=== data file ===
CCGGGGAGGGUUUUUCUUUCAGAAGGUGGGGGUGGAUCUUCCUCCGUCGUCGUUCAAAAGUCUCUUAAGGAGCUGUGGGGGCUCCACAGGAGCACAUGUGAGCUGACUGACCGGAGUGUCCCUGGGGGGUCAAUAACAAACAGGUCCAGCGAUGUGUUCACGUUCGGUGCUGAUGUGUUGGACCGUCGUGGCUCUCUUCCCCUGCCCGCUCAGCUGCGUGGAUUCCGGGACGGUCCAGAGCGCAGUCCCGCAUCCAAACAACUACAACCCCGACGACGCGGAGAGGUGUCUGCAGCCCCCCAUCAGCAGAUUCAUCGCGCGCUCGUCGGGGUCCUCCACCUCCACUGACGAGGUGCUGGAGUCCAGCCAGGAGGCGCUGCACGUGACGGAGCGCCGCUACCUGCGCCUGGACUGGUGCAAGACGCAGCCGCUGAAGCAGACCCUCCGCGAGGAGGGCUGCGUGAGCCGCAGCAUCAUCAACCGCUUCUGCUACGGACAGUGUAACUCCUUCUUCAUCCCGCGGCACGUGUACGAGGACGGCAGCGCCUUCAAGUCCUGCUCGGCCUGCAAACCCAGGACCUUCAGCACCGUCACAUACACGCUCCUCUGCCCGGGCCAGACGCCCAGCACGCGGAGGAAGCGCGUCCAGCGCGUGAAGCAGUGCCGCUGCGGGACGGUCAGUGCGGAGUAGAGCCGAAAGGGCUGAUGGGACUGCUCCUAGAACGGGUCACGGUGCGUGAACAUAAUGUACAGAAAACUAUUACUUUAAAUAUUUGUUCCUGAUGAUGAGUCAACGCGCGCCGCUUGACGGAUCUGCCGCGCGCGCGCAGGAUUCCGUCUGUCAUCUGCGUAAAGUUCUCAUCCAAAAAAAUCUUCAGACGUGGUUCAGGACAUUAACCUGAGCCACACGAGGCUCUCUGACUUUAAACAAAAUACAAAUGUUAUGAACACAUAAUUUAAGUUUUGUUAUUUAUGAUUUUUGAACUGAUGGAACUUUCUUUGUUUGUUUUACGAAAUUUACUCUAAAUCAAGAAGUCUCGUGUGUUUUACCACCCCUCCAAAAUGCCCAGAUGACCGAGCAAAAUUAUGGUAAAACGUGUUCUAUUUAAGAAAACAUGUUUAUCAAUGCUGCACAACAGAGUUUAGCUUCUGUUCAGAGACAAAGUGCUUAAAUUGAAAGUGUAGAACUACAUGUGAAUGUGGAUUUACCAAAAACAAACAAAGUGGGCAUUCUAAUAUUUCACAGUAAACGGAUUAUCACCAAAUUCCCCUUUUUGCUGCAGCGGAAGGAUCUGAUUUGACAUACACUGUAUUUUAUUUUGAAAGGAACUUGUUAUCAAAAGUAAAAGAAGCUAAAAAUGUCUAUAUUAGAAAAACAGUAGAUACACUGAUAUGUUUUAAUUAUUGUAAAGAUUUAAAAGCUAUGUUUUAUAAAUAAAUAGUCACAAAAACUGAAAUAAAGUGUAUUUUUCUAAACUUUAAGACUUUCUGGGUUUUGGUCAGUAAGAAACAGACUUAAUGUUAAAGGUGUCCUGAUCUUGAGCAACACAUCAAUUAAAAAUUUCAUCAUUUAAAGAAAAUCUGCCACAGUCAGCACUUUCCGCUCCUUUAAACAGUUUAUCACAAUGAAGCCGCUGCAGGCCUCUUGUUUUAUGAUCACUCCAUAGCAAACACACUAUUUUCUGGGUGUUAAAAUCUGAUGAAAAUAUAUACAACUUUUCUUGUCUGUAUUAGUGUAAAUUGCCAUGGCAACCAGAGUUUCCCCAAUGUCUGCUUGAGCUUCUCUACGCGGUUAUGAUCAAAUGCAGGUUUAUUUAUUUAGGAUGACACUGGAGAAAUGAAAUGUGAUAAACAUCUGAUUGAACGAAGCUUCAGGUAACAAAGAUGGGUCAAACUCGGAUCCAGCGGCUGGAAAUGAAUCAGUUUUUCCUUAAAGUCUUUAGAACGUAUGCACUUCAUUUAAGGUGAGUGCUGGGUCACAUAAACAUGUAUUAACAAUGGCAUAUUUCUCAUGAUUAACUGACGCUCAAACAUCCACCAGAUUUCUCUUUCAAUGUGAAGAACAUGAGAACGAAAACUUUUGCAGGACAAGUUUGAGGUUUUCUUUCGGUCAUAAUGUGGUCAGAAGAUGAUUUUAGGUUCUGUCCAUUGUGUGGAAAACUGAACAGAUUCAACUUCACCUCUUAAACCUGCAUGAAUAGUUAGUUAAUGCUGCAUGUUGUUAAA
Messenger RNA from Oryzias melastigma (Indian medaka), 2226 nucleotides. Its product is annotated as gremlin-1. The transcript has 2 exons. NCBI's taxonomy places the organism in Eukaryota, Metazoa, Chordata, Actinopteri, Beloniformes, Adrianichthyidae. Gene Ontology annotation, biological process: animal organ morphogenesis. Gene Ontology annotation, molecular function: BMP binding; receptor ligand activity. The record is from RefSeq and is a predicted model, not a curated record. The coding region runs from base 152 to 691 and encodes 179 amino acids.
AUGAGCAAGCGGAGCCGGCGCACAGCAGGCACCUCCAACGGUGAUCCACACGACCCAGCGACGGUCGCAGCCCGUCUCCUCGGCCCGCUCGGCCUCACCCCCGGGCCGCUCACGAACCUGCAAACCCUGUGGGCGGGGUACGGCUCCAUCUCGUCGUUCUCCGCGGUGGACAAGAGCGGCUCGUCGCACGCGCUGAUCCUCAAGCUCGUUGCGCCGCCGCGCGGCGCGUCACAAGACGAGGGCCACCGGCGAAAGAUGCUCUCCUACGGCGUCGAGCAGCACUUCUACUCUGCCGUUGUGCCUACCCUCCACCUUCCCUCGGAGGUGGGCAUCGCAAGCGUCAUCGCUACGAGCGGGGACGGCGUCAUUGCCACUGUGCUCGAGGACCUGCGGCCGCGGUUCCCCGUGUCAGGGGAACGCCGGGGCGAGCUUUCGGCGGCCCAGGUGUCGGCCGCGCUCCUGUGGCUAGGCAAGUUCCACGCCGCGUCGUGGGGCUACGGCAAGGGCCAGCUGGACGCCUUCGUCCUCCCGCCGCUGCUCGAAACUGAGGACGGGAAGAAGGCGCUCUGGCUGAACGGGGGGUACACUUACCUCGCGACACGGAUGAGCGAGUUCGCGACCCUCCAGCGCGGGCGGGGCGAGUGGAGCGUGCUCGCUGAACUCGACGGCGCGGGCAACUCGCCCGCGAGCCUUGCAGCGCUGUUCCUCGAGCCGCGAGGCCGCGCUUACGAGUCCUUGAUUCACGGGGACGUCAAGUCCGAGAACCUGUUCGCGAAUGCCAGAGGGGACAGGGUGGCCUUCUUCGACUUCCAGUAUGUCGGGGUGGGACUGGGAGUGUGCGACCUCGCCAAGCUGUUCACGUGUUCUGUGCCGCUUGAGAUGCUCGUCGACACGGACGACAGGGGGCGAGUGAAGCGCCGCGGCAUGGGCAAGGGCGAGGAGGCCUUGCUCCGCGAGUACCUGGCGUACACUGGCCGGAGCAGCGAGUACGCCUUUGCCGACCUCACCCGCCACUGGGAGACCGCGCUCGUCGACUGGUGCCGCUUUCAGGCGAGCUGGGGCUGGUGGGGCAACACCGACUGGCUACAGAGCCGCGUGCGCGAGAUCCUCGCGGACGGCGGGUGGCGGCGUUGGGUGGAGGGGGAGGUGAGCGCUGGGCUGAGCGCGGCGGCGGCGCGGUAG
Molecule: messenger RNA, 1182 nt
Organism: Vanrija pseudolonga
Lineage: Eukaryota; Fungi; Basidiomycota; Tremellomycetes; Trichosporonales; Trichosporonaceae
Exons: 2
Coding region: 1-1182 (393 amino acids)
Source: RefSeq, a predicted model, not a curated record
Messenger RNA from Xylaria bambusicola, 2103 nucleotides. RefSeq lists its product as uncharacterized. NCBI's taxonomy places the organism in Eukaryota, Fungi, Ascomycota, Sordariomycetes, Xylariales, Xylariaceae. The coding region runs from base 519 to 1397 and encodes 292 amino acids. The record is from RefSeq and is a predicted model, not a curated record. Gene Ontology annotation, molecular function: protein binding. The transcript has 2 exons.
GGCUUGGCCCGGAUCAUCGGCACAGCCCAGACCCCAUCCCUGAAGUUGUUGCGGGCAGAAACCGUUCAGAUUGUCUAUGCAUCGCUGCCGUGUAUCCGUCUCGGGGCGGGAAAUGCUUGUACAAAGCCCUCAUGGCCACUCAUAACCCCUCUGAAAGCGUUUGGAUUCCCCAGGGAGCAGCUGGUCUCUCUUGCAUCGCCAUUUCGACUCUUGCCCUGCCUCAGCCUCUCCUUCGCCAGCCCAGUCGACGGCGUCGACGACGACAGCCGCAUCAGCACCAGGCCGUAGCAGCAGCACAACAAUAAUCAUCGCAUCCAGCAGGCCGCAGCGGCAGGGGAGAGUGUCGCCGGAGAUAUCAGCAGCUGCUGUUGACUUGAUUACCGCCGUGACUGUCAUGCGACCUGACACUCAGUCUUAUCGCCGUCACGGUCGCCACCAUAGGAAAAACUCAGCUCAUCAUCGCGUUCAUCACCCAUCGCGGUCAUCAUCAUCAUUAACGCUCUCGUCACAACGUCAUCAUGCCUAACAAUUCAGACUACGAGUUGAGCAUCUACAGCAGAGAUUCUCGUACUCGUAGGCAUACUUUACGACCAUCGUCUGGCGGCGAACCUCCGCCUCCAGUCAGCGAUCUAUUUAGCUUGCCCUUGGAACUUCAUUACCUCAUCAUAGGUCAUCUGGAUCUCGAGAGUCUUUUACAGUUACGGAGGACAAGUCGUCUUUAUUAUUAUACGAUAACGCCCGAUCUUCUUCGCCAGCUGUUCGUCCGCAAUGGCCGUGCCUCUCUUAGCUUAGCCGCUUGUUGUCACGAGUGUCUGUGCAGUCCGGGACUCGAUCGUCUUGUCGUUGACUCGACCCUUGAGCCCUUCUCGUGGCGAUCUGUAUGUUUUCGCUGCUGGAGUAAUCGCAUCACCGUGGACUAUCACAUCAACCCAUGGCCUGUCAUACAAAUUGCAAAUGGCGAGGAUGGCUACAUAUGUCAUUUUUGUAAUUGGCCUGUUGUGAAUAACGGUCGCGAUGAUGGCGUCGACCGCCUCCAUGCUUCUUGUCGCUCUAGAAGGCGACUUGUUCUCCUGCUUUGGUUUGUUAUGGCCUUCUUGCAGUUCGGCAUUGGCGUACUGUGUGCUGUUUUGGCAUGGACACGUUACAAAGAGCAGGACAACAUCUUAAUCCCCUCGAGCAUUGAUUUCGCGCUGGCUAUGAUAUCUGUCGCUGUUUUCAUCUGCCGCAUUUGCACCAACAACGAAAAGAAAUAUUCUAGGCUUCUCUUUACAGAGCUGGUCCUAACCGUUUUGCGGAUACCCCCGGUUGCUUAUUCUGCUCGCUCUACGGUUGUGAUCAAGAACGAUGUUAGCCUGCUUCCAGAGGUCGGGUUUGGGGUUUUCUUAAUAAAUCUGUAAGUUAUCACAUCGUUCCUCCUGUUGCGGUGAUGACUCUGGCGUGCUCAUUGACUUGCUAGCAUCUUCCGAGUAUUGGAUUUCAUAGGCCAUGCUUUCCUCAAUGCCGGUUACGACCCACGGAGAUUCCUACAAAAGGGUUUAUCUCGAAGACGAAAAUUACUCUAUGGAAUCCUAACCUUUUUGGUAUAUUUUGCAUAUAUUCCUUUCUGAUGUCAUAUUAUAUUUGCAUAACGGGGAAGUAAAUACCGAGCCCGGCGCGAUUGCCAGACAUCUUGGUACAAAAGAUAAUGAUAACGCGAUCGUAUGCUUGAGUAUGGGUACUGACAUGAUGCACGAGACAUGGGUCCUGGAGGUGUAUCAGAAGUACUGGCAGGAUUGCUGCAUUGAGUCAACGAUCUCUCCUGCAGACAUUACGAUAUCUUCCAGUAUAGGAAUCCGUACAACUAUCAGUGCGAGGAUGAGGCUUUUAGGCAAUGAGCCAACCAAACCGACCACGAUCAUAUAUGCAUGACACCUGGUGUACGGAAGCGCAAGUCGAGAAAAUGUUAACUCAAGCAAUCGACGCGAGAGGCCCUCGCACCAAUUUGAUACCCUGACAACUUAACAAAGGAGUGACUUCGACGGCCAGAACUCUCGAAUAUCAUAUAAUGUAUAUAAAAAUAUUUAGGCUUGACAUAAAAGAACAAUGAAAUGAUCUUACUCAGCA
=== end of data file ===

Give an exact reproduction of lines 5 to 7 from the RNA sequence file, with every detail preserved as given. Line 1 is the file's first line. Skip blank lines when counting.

Organism: Vanrija pseudolonga
Lineage: Eukaryota; Fungi; Basidiomycota; Tremellomycetes; Trichosporonales; Trichosporonaceae
Exons: 2